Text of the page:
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Children receive pocket money from three years old – report

Your Money
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Your Money
Posted:
Updated:
05/12/2014

Most parents begin giving pocket money to their children when they reach three years old, according to a new survey.

Half of those who give their three-year-olds pocket money give up to £1 a week, the research by www.thinkmoney.co.uk found.

While three and four-year-olds are most likely to receive pence, this sum rises to pounds at the age of five, with half of five-year-olds who get pocket money receiving up to £2 a week.

Across the country, parents in Yorkshire start giving their children pocket money at the youngest age, with 88.9% of mums and dads raising a three-year-old in the county giving them an allowance.

Parents of three-year-olds in London and the West Midlands are most generous, however; of the capital’s parents who give their three-year-old pocket money, none award less than £1 a week – and the same was true of mums and dads in the West Midlands.

From the age of five to 11, the average sum kids receive rises by around 50 pence every three years, but approaching the teen years also results in an increase in a child’s allowance. The typical 12-year-old gets between £4.51 and £5 a week pocket money from their parents.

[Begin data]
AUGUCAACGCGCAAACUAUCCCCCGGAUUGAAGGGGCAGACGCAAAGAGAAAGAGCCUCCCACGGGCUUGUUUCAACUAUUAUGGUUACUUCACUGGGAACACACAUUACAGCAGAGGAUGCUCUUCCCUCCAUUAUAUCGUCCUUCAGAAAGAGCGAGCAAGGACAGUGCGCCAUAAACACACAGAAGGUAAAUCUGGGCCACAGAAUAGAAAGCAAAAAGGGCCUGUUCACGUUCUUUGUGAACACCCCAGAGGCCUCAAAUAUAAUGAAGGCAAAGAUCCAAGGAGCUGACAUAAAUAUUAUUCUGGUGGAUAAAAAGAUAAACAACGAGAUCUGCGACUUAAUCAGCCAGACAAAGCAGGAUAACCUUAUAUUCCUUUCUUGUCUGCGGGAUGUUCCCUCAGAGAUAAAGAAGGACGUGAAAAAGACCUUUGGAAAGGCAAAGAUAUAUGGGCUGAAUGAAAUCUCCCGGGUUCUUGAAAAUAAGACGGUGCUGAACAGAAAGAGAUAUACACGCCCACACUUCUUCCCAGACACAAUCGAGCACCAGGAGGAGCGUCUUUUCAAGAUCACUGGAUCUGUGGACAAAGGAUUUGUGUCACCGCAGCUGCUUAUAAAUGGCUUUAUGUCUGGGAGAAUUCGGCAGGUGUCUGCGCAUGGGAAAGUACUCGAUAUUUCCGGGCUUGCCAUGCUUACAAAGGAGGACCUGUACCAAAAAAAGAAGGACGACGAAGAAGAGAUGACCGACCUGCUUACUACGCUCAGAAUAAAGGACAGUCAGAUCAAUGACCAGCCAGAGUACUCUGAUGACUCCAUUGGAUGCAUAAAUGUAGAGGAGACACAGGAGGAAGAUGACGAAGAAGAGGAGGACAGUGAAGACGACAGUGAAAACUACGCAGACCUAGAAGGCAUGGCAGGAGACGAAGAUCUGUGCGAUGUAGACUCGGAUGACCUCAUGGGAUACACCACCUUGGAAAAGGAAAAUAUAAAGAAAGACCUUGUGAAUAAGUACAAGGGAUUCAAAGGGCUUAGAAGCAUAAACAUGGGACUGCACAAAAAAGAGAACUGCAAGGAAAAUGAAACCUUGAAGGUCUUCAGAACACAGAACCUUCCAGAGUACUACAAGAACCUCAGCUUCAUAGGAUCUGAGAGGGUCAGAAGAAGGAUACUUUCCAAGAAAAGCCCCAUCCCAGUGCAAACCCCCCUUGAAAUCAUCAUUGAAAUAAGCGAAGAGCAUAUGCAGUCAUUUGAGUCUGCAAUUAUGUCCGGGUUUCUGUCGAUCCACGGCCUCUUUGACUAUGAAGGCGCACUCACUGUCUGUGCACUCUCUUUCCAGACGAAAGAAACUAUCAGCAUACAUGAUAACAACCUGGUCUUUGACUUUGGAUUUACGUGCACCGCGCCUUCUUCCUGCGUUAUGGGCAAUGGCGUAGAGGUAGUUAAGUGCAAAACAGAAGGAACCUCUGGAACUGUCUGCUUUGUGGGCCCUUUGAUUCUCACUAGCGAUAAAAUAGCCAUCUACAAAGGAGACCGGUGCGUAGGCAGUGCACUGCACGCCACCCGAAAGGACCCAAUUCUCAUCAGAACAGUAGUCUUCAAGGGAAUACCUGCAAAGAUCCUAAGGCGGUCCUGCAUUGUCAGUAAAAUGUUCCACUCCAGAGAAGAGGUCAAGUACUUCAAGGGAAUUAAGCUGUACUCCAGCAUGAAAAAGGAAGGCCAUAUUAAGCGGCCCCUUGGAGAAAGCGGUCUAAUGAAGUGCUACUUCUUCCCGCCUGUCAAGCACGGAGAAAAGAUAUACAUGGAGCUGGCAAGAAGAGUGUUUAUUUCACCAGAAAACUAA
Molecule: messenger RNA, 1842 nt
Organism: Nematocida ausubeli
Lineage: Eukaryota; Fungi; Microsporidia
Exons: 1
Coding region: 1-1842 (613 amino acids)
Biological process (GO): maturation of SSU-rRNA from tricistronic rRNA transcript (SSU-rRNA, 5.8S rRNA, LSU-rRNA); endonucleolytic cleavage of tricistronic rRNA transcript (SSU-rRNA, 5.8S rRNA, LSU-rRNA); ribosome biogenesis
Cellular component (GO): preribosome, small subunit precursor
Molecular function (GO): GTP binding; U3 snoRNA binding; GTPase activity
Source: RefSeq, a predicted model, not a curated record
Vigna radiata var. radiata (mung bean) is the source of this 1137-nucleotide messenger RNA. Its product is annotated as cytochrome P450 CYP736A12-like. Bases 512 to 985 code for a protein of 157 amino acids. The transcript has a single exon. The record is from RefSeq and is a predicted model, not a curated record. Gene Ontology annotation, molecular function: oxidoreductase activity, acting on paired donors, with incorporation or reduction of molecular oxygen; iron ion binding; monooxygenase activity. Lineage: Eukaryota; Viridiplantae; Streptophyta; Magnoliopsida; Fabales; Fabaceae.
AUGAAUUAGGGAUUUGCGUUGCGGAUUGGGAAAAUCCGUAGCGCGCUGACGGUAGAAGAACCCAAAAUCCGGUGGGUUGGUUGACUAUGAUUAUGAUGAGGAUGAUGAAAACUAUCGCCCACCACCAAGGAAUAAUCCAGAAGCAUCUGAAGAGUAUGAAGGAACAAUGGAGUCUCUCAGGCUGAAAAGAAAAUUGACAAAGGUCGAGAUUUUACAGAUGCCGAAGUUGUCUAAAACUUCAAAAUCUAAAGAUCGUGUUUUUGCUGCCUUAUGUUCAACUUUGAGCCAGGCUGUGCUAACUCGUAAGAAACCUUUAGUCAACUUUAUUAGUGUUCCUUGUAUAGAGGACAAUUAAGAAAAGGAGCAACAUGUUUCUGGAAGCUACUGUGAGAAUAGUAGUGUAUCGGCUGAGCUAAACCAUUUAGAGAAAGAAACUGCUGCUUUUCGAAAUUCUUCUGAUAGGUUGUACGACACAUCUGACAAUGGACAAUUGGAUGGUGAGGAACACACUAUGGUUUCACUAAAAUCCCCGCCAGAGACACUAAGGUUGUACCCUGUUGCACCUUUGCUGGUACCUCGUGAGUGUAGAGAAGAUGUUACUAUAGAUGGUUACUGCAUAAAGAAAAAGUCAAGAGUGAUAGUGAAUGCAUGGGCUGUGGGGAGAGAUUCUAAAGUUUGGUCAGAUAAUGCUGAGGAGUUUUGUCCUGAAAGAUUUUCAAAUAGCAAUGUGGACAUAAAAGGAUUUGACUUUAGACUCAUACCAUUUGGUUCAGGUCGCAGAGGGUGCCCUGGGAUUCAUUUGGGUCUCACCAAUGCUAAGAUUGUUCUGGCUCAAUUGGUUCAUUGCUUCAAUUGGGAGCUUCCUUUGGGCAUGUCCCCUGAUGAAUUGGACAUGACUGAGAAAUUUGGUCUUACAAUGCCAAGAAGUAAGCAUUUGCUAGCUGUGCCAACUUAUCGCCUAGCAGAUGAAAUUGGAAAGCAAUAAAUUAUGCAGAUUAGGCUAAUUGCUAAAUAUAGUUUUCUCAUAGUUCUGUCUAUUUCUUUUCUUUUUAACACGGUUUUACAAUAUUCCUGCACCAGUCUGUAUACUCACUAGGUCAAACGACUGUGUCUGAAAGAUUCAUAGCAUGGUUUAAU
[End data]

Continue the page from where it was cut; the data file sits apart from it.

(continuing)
But it’s 15-year-olds in the UK who receive the most weekly pocket money at between £7.01 and £8. They are also among the age groups most likely to get an allowance, with 91% of parents giving money to their 15-year-old each week, compared to 63% who give spending money to their four-year-old.

While many parents are keen to encourage their children to learn about saving and budgeting by giving them an allowance, nearly half of these admitted they did not always remember to hand out their kids’ pocket money every week.

Nearly a third said they ‘sometimes’ remembered, while almost one in five said they rarely did.

Surprisingly, more than half of parents admitted they had borrowed cash from their child’s piggy bank or pocket money savings in the past. While 37% of these paid it back, nearly 14% admitted they had yet to do so.

Ian Williams, a spokesman for thinkmoney, said: “There’s no wrong age to start teaching children the importance of budgeting, saving and money management, and giving kids a few pence each week is a great way for them to start learning. In particular, if children can be encouraged to save up for larger items this might help develop a culture of thrift that will stand them in good stead in later life.”

 


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